Archive for June 2011

The Night My DJ Skills Bombed

June 29, 2011

One Thursday evening, I DJed with Spank, Nigel and Rhett.  Before I started mixing music, Nigel and Spank both DJed past events I hosted.

Spank

I was allowed to play music first.  From classic funk I drifted to house music.  As soon as Spank took over, people began to dance, an early warning I ignored.

When Nigel’s time came, people still danced.

Then my time came again.  At first, I had the floor dancing to classic funk and soul.  Even one of Orlando’s most respected DJs danced, a woman named Becky.

Somewhere along the line, I decided to be a smart-ass.  Don’t ask why this happened.  I guess I just wanted to be self-destructive.  As I had the people dancing, I decide to play Gloria Gaynor’s “I Will Survive”, a disco song that cleared the damned floor.

Spank came to save me.

Disgusted I walked outside and began telling folks what happened.

“Oh, don’t worry about it,” said my friend Todd.  “They don’t appreciate good music.  They’re just some artsy-fartsy types that like to talk all night.”

True enough, our event was an art after-party.  Still, Todd’s words did not sooth my bruised ego.

Then, I started dancing with women.

“You guys spin,” I told Spank.  “I’ll just pimp.”

Later on, wanting to play again, I forgot I said those words.  But Nigel and Spank didn’t forget.  So, I didn’t spin again that night.  (Months later, Spank reminded me of what I said.)

Nigel

Rhett showed up later.  For about thirty minutes, he spun electro/house music and then left.

Nigel and Spank spun the rest of the night as folks continued dancing.

Days later, I read my “bomb” may have been a good thing.  Because a bar relies on drink sales, my “bomb” may have been the perfect time for dancers to buy more booze, adding more sales to the bar.

In a book about DJing, I read one of the worst things is having everyone dance all night.   The more time people spend on the dance floor, the less time they are buying drinks, an irritant for bar owners.

As he handed out money at the end of the night, Spank did mention it was the most money he has ever made during a gig.   Who knows, my “bomb” may have been a good thing.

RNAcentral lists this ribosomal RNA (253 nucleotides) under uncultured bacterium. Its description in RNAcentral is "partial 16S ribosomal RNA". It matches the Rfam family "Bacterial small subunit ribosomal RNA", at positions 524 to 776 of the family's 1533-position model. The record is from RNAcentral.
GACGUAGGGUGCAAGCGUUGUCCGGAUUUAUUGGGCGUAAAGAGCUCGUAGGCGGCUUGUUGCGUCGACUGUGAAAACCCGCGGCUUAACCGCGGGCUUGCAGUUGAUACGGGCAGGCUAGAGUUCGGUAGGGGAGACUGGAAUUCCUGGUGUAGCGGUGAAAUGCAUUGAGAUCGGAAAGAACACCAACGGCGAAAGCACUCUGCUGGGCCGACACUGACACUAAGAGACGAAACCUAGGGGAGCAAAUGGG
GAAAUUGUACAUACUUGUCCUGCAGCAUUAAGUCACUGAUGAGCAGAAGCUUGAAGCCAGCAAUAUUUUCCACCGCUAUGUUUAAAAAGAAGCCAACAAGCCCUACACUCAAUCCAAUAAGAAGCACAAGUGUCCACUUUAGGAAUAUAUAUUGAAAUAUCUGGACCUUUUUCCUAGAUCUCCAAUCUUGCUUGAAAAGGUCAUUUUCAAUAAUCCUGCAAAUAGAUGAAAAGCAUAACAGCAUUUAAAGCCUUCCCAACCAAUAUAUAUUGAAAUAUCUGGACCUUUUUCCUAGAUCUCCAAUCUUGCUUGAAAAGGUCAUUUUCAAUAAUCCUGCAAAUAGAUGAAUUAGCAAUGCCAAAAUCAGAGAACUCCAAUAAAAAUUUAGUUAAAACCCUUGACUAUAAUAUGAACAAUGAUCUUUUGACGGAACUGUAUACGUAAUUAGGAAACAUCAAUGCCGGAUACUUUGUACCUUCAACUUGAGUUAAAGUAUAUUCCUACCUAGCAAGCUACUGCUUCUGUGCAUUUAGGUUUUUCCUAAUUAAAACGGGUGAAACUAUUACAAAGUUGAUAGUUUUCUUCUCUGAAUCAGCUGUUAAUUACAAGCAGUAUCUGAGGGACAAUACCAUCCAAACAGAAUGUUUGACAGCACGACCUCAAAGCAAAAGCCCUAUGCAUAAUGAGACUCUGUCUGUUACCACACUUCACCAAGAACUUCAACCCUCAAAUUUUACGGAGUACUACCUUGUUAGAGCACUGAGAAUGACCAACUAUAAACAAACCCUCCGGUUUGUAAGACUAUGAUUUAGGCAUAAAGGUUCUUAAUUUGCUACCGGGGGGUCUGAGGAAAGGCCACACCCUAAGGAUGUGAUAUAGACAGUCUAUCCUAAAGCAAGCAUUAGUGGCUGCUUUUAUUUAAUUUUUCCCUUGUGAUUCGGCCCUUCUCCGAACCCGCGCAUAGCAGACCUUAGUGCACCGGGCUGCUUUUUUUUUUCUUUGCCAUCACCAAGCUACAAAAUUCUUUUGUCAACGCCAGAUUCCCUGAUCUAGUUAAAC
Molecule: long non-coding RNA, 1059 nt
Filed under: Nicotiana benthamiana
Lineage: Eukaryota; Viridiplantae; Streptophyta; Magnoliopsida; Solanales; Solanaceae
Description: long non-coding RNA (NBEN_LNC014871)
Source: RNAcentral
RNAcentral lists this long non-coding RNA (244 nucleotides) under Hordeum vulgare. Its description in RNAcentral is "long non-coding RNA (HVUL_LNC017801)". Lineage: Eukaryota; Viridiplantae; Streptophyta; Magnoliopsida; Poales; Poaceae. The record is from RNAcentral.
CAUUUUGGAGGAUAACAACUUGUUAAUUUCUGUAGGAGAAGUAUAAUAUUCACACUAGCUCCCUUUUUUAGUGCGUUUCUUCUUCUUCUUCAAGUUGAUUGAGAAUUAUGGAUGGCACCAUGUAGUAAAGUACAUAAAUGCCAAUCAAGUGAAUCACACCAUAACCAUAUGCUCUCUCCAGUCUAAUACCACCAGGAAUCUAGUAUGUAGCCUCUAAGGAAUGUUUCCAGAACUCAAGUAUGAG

Still, good thing or not, folks leaving the dance floor during my set continues fucking with me.

The No Requests DJ

June 26, 2011

Last night, a DJ played in a local bar.  He jammed his beats on the bar’s stage.  On technology he had me beat.  A laptop sat on the first level of his stand as his huge controller sat on the second.  Not only that, he owned two PA speakers and the capability to show videos on two of the bar’s wide-screen televisions.  The televisions existed high on the wall behind the bar counter.

I understand the logic behind this.

No way in hell could I compete with that.  My usual equipment is my laptop, external hard drive and an electrical outlet chord.

As far as his talent goes?  It’s questionable.   In many nightclubs, whole songs aren’t played anymore.  Now, you hear maybe half  of the song and the DJ immediately cuts into another.  I understand the logic.  Any drag in the music may stop folks from dancing.   Still,  isn’t it disrespectful  to the artist to only play half the song?   Maybe, folks know something I don’t.

I noticed a No Requests sticker on back of the DJ’s laptop.   Sometimes, I wish I can get away with that.  As me and the crowd are grooving, some clueless fuck requests something that screws up the whole program.  I understand perfectly well why some Djs won’t take requests.

Yet, some requests steers me into the right direction.  The right request informs me on what the crowd really wants to hear.  With that, the crowd energy pumps up.  Despite the annoyances, this is why I except requests.

Many bar patrons danced to No Request DJ’s music.  I wondered if I could cause this same crowd the same excitement with my equipment.  Or could I cause higher excitement?

In this bar, I may never get the chance to see.   Yet, I refuse butchering people’s music like I saw No Request DJ doing.  If that makes me old-school and out of date, so be it.

Chill Tuesdays Playlist 6-21-2011

June 24, 2011

 

Folks chillin' at the bar counter.

Here’s this week’s sample of songs I played.

1. Le Nettoyeur by Greg Baumont: A slick instrumental bumping hip-hop beats.   The musical arrangement  and sound is almost reminiscent of  Enigma and Art of Noise.

2. Just The Two of Us by Grover Washington, Jr.: A classic soul-jazz piece.  The legendary Bill Withers does the vocals as the late Mr. Washington blows the saxophone.  Some folks may recognize it as the song Will Smith sampled for his song of the same name.

3. River Serpentine by The Budos Band: A funky gem centered around horns.  It has a cool sixties vibe to it.

4. Sabhyata by Karmix:  When it comes to vocals, I normally avoid non-English singing songs.  Yet, because I enjoyed the East Indian vocal arrangement, I included this number in my collection.  As middle-eastern music plays, scratching plays in the mix.

5. Makes You Extatic by The Tao of Groove:  Another cool song mixing jazz samples and hip-hop. Also, we hear smooth jazz guitar playing along with a flute.

6. Take Me To Mardi James by Bob James: Old-school, hip-hop heads will recognize the opening as the sample for Run-DMC’s “Peter Piper”.  A keyboard grooves to jazz on this smooth jam.

7. Mystic Brew by Ronnie Foster: Funky organ work added to smooth jazz.  This cool gem is easily recognized as the sample for A Tribe Called Quest’s “Electric Relaxation.”